Mount Olive Township Council Minutes
April 10, 2001
President Rattner: I’d like to call the Mount Olive
Township Council Meeting for April 10, 2001 to order and
invite everybody to join us in the Pledge Allegiance to the
According to the Open Public Meetings Act, adequate Notice
of this meeting has been given to the Mount Olive Chronicle
and the Daily Record. Notice has been posted in the Municipal
Building, 204 Flanders-Drakestown Road, Mount Olive Township,
New Jersey and notices were sent to those requesting the
ROLL CALL: Present: Mr. Heymann, Mr. Guenther, Mr. Sohl,
President Rattner, Mr. Spino
Absent: Mrs. Kelly
Mr. Rattner: Mrs. Kelly asked to be excused and she was.
I see that Mr. Sohl has just arrived and since we have not
heard from Mr. Spino, we will expect him momentarily. Also
in attendance tonight is the Mayor, Mayor Licitra, our Business
Administrator, Mr. Kaplan; our CFO, Ms. Jenkins; our Township
Attorney, Mr. Dorsey; and Township Clerk, Mrs. Lashway. First
item we have on the agenda are Administrative matters and
the Mayor has some Appointments.
· Appointment to Economic Development Committee (Ed
· Appointments to Information Services Committee
(Nelsen Russell & Nick Amato)
Mayor Licitra: Yes, I’d like an appointment to the
Economic Development Committee of Ed Caparucci. This will
fill out a two-year term and appointments to the newly formed
Information Services Committee and, as you know, we’re
going out for--we have a few Resumes, I think, 250 Resumes
that came in for our Information Systems Supervisor that
they’re going to weed through tomorrow. But we put
a Committee together with Nelsen Russell and Nick Amato to
work along with this new Appointee, new hire when we get--when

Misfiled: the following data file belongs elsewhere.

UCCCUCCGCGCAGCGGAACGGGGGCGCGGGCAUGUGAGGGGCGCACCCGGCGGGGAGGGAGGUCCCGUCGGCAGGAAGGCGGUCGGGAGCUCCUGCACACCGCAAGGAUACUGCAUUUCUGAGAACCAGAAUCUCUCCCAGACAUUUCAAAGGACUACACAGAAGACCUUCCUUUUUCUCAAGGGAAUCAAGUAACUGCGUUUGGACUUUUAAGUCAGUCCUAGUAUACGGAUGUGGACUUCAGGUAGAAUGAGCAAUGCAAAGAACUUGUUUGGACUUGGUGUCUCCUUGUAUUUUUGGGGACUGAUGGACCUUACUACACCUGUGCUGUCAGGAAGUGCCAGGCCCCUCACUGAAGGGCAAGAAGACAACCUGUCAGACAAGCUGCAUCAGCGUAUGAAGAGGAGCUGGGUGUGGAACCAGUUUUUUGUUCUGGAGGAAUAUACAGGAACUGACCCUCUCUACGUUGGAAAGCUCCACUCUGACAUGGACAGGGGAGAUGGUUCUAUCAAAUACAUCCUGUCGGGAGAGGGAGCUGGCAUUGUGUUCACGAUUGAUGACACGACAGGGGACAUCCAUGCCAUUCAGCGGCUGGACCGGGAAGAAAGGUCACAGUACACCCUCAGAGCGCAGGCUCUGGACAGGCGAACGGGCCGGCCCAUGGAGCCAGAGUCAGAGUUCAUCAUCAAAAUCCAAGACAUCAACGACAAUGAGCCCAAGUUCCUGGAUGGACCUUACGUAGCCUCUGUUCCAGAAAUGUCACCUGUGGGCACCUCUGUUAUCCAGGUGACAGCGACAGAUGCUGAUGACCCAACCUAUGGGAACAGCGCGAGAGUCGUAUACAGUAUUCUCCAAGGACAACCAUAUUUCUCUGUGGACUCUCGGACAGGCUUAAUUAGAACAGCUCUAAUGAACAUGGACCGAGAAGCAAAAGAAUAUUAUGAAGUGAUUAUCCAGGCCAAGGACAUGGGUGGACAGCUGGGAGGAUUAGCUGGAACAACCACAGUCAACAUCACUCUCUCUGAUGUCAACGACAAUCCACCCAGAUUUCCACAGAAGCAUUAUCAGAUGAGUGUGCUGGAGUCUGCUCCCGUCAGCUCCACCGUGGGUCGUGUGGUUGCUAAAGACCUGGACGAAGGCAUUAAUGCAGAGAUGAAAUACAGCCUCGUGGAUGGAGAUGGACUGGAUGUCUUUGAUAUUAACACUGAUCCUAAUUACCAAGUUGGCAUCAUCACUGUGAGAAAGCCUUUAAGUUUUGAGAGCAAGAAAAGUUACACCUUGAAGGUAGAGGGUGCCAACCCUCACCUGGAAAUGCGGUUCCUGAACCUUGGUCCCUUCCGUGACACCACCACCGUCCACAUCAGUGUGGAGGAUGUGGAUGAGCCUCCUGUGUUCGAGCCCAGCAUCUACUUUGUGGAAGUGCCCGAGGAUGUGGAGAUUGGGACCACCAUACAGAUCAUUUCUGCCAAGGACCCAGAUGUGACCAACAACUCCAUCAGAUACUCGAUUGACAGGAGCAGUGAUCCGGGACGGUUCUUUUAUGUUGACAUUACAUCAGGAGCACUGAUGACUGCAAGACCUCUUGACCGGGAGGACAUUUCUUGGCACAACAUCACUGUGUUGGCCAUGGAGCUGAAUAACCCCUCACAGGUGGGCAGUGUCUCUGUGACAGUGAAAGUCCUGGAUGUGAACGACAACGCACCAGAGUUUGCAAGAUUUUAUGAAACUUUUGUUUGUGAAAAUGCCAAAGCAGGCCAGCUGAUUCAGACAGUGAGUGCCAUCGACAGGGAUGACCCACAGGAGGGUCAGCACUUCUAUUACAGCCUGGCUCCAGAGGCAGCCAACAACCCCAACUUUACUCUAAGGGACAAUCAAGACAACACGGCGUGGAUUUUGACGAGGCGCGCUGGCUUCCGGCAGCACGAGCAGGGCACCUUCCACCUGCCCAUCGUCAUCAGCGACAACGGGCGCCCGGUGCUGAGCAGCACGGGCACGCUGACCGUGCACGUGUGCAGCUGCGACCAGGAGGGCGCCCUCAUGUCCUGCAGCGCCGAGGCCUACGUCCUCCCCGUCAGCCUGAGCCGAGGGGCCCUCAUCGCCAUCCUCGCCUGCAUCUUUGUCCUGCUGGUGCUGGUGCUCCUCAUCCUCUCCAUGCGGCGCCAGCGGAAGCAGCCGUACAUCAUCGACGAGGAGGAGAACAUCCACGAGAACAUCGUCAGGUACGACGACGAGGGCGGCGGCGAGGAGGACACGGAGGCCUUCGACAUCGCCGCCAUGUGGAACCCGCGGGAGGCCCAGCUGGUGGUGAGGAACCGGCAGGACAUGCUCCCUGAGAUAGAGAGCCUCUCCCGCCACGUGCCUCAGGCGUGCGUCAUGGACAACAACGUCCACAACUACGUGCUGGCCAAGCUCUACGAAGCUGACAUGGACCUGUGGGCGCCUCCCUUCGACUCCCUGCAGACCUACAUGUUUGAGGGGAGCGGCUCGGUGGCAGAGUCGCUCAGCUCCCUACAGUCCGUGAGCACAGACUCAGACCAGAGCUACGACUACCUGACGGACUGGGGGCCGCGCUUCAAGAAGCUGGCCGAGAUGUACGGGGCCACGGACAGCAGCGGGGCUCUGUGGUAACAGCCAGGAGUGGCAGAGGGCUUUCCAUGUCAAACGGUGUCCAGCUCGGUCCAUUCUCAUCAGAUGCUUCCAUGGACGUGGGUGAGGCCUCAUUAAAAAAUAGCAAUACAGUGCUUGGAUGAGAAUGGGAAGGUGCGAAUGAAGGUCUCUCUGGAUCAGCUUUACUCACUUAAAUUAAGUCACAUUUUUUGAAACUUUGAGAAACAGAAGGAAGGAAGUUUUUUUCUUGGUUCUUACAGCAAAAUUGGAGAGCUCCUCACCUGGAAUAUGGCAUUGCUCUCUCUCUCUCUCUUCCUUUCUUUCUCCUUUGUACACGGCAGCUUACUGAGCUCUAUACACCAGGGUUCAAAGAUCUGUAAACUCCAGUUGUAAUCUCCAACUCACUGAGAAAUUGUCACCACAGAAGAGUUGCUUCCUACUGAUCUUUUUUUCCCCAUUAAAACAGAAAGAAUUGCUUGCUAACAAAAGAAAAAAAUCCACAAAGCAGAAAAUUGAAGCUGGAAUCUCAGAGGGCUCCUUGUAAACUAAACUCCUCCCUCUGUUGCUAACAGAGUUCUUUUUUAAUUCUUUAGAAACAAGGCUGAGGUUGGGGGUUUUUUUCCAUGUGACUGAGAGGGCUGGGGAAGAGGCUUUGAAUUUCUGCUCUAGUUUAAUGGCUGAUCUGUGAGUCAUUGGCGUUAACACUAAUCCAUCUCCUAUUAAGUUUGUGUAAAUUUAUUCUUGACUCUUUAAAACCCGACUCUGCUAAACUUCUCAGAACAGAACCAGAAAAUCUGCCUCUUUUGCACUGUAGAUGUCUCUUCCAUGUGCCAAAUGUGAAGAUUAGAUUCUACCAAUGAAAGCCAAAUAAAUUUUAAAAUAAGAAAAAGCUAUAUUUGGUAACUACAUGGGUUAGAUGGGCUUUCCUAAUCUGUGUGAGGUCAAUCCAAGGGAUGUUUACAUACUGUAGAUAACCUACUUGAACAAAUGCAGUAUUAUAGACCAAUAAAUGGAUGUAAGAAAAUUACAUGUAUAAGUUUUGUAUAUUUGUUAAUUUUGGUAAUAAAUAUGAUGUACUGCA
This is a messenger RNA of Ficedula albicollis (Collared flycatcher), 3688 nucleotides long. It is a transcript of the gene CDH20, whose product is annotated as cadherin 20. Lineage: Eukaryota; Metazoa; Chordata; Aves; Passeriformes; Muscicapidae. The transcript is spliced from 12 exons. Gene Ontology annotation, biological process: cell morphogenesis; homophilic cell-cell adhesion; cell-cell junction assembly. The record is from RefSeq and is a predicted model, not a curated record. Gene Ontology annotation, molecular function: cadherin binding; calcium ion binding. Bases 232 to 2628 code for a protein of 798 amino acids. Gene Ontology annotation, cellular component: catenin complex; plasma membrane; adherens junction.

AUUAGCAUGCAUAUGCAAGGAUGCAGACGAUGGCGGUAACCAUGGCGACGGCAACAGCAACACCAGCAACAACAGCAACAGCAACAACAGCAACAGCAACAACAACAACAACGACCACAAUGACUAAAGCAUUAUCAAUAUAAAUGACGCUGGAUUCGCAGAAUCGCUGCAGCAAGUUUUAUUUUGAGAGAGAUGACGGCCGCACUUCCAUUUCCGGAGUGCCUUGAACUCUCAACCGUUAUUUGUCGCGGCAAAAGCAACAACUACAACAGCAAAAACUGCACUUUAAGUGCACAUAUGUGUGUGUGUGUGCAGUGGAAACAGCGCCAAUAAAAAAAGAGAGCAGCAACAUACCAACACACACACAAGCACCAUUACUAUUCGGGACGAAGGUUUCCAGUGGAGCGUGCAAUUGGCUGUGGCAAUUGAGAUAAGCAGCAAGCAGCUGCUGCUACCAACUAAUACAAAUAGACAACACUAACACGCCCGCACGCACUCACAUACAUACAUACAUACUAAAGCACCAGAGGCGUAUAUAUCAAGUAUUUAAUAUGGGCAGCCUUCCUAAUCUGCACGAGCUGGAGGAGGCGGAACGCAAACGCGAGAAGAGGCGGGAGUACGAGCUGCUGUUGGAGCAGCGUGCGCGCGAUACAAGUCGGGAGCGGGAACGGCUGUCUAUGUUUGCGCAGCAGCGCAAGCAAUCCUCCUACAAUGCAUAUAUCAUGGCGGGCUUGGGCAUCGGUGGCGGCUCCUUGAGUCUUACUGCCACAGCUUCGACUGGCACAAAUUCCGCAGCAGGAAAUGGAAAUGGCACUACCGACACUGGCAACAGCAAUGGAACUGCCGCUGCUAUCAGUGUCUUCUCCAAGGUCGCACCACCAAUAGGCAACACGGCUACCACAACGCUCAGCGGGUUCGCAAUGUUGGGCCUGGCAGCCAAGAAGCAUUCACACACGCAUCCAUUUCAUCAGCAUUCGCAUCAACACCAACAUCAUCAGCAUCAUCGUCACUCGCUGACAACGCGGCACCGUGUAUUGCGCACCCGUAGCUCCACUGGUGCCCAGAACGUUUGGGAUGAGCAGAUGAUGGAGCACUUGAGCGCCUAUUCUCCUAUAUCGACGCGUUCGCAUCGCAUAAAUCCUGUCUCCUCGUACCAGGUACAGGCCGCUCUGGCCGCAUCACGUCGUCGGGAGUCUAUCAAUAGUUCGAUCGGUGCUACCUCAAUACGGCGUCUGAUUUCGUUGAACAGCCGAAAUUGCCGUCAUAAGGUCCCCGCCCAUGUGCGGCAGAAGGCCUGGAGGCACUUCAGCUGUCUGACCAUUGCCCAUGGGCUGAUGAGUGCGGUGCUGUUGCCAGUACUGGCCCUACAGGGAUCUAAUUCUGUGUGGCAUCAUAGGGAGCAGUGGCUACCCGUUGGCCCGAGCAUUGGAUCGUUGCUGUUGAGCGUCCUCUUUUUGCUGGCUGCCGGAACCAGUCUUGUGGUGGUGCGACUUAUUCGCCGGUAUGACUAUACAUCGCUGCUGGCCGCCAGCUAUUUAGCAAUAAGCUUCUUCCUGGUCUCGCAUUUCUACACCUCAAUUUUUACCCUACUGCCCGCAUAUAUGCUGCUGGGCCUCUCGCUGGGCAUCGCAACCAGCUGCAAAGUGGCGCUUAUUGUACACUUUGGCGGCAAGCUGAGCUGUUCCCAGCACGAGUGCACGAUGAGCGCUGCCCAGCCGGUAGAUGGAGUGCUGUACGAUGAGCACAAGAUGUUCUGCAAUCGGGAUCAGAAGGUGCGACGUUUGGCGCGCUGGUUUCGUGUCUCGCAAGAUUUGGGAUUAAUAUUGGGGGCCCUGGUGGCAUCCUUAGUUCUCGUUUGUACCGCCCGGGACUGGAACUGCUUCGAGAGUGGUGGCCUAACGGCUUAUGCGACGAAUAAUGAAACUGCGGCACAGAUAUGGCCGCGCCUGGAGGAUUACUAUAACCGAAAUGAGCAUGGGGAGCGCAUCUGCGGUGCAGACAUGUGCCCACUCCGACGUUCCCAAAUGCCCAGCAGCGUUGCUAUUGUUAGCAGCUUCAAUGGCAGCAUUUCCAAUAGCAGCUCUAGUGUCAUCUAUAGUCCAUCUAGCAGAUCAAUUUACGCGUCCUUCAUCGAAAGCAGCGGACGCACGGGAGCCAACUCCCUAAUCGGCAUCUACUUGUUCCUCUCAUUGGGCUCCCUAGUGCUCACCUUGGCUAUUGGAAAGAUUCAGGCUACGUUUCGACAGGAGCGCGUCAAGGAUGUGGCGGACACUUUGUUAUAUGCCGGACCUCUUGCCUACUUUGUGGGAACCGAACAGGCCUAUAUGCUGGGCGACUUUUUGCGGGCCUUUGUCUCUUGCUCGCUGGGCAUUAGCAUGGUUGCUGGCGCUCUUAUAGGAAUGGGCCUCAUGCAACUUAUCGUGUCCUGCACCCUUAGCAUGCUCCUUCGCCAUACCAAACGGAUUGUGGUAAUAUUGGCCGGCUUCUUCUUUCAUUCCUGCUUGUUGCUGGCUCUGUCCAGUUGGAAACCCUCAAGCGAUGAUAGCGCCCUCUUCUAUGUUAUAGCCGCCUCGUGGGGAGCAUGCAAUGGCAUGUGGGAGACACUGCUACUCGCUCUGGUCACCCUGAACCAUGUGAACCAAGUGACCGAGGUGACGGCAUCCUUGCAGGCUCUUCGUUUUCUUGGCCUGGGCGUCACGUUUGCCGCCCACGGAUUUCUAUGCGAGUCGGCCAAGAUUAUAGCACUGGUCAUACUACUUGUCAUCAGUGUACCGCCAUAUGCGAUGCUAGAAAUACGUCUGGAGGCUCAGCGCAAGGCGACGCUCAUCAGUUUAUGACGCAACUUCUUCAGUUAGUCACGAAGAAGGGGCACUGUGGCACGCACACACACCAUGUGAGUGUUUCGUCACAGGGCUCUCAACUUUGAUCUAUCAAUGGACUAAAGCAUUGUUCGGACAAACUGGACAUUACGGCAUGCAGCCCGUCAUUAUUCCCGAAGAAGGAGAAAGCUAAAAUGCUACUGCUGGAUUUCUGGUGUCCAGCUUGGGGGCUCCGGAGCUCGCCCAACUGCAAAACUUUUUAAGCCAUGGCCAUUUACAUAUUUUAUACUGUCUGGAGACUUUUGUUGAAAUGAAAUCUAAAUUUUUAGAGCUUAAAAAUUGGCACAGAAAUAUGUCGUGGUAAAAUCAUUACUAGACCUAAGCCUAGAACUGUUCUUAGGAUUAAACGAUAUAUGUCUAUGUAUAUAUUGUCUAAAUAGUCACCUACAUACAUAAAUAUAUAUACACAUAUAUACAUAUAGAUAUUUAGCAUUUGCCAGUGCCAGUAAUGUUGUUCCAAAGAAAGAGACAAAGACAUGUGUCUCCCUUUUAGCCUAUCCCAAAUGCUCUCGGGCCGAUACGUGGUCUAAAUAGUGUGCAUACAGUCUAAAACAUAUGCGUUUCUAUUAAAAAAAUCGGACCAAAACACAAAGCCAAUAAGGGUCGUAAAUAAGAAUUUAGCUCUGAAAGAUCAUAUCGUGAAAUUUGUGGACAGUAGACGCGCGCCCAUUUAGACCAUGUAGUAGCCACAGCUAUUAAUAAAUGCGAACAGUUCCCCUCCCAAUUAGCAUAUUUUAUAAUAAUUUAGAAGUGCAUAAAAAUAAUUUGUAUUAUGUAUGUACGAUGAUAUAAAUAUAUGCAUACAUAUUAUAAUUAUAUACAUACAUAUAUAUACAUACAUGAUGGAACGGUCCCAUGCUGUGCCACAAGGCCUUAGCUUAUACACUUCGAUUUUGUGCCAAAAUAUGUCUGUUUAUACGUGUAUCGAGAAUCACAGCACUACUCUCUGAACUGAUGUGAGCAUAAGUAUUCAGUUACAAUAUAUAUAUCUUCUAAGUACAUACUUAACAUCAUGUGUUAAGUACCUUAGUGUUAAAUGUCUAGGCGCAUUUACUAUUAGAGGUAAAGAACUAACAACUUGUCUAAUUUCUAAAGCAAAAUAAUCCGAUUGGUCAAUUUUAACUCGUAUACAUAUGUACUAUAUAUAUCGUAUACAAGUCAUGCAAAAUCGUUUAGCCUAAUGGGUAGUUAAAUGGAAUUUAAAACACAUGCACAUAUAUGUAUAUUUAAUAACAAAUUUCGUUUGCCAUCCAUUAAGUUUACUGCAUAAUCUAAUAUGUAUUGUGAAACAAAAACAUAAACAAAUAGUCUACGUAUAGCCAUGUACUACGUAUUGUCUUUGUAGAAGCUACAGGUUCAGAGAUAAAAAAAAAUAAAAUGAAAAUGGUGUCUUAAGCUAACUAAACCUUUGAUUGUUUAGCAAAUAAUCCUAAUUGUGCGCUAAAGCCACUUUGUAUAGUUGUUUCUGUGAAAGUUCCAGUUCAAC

we do the new hire to work along with him. So I did put together
an Information Services Committee and both these people are,
Nelsen I’ve known for 30 years and, is a consultant
and a retired consultant and does an excellent job and Nick
is also a consultant in this field. We’re looking for
one other person after we get the hire on. I have a Proclamation--National
Day of Prayer if I may go into that, Mr. President. Could
I go into that, Mr. Heymann, please?
Mr. Heymann: Sure, I’d like to move this meeting much
Mayor Licitra: Thank you.
PROCLAMATION – NATIONAL DAY OF PRAYER
WHEREAS, Civic prayers and national days of prayer have
a long and venerable history in our constitutional republic,
dating back to the First Continental Congress in 1775; and
WHEREAS, The Declaration of Independence, our first statement
as Americans of national purpose and identity, made “the
Laws of Nature and Nature’s God” the foundation
of our United States of America and asserted that people
have inalienable rights that are God-given; and
WHEREAS, The Supreme Court has affirmed the right of state
legislatures to open their sessions with prayer and the Supreme
Court and the U.S. Congress themselves begin each day with
WHEREAS, In 1988, legislation setting aside the first Thursday